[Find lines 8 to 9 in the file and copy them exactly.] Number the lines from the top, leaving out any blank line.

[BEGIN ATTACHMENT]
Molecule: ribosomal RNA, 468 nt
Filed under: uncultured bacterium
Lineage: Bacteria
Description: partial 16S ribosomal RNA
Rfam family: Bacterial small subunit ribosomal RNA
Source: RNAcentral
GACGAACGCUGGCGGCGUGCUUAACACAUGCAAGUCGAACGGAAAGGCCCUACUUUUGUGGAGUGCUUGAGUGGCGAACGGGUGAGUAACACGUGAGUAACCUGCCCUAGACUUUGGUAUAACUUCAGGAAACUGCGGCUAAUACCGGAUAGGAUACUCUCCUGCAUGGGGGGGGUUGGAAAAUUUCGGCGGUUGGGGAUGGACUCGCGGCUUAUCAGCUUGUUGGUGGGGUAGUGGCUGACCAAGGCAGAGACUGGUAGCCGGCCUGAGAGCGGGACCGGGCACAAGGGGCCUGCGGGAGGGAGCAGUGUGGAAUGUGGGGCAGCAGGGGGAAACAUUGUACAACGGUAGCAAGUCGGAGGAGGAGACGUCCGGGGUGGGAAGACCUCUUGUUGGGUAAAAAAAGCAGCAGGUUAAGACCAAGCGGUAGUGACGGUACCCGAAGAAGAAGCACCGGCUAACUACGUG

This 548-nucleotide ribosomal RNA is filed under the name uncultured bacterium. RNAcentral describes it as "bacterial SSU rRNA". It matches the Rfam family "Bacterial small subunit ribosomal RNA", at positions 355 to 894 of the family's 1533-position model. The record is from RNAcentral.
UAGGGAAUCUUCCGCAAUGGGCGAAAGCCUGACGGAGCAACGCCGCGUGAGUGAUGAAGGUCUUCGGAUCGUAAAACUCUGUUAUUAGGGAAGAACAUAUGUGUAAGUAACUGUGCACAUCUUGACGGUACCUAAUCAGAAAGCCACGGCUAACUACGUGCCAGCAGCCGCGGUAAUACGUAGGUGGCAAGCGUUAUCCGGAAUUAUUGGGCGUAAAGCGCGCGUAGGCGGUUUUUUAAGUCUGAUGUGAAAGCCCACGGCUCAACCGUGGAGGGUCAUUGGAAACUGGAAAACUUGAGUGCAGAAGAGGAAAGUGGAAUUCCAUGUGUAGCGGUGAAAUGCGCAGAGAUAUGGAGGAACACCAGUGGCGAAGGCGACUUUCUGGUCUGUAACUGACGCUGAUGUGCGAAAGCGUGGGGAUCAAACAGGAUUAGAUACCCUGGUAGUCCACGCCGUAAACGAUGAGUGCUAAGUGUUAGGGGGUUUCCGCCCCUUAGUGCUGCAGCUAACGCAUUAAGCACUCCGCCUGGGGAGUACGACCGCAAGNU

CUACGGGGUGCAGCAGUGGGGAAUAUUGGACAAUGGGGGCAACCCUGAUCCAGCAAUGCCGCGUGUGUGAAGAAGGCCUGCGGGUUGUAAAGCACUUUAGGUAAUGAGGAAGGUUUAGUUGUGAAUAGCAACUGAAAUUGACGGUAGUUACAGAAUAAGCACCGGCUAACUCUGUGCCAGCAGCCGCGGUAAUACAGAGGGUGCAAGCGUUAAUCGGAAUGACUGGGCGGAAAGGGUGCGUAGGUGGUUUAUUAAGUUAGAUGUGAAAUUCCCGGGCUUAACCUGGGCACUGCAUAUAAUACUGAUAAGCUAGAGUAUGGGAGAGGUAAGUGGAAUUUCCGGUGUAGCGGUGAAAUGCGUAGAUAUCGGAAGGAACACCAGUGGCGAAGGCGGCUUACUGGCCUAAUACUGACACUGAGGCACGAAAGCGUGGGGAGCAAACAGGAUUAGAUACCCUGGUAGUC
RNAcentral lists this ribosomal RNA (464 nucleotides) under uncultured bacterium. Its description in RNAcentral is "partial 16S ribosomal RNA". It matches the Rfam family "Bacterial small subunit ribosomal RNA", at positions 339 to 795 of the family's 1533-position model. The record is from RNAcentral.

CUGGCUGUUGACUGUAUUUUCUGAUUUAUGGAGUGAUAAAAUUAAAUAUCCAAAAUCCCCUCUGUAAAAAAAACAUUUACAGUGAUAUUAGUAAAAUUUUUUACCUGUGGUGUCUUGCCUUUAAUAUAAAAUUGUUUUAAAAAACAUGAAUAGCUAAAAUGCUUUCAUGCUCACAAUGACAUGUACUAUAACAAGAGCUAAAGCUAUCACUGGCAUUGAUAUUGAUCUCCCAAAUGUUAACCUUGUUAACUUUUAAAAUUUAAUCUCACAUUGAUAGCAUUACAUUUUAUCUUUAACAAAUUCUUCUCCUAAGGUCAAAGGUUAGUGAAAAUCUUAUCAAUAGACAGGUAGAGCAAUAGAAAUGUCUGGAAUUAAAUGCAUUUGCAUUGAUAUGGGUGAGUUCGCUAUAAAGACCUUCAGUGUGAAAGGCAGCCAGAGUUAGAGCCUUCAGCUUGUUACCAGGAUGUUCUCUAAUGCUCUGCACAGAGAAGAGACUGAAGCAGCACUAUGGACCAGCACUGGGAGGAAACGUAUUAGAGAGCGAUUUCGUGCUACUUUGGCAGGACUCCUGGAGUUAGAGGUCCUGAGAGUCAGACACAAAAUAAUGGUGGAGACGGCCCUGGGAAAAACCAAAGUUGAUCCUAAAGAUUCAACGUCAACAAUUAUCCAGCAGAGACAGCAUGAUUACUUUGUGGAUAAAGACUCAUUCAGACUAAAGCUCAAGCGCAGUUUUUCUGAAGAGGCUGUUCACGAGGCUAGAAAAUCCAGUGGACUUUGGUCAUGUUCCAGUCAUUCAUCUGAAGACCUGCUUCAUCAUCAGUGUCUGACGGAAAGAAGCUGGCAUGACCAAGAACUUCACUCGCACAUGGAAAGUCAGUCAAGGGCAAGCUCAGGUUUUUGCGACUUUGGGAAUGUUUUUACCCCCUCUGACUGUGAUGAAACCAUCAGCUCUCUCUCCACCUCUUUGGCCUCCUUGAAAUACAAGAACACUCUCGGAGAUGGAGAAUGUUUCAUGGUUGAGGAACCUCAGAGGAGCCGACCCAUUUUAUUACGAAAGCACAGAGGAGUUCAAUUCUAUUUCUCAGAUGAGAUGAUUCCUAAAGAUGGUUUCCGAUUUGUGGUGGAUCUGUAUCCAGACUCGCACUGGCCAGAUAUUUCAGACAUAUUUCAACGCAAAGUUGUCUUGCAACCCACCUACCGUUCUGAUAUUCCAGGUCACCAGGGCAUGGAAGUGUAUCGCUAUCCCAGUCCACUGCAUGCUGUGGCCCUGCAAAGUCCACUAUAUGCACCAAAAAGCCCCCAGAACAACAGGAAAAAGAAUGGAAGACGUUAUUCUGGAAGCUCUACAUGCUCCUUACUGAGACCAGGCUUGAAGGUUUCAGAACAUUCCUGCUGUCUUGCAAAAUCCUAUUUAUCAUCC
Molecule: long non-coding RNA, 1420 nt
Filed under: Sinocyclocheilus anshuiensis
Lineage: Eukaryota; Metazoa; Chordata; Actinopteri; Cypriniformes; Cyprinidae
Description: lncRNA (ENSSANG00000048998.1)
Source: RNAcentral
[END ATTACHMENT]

This 548-nucleotide ribosomal RNA is filed under the name uncultured bacterium. RNAcentral describes it as "bacterial SSU rRNA". It matches the Rfam family "Bacterial small subunit ribosomal RNA", at positions 355 to 894 of the family's 1533-position model. The record is from RNAcentral.
UAGGGAAUCUUCCGCAAUGGGCGAAAGCCUGACGGAGCAACGCCGCGUGAGUGAUGAAGGUCUUCGGAUCGUAAAACUCUGUUAUUAGGGAAGAACAUAUGUGUAAGUAACUGUGCACAUCUUGACGGUACCUAAUCAGAAAGCCACGGCUAACUACGUGCCAGCAGCCGCGGUAAUACGUAGGUGGCAAGCGUUAUCCGGAAUUAUUGGGCGUAAAGCGCGCGUAGGCGGUUUUUUAAGUCUGAUGUGAAAGCCCACGGCUCAACCGUGGAGGGUCAUUGGAAACUGGAAAACUUGAGUGCAGAAGAGGAAAGUGGAAUUCCAUGUGUAGCGGUGAAAUGCGCAGAGAUAUGGAGGAACACCAGUGGCGAAGGCGACUUUCUGGUCUGUAACUGACGCUGAUGUGCGAAAGCGUGGGGAUCAAACAGGAUUAGAUACCCUGGUAGUCCACGCCGUAAACGAUGAGUGCUAAGUGUUAGGGGGUUUCCGCCCCUUAGUGCUGCAGCUAACGCAUUAAGCACUCCGCCUGGGGAGUACGACCGCAAGNU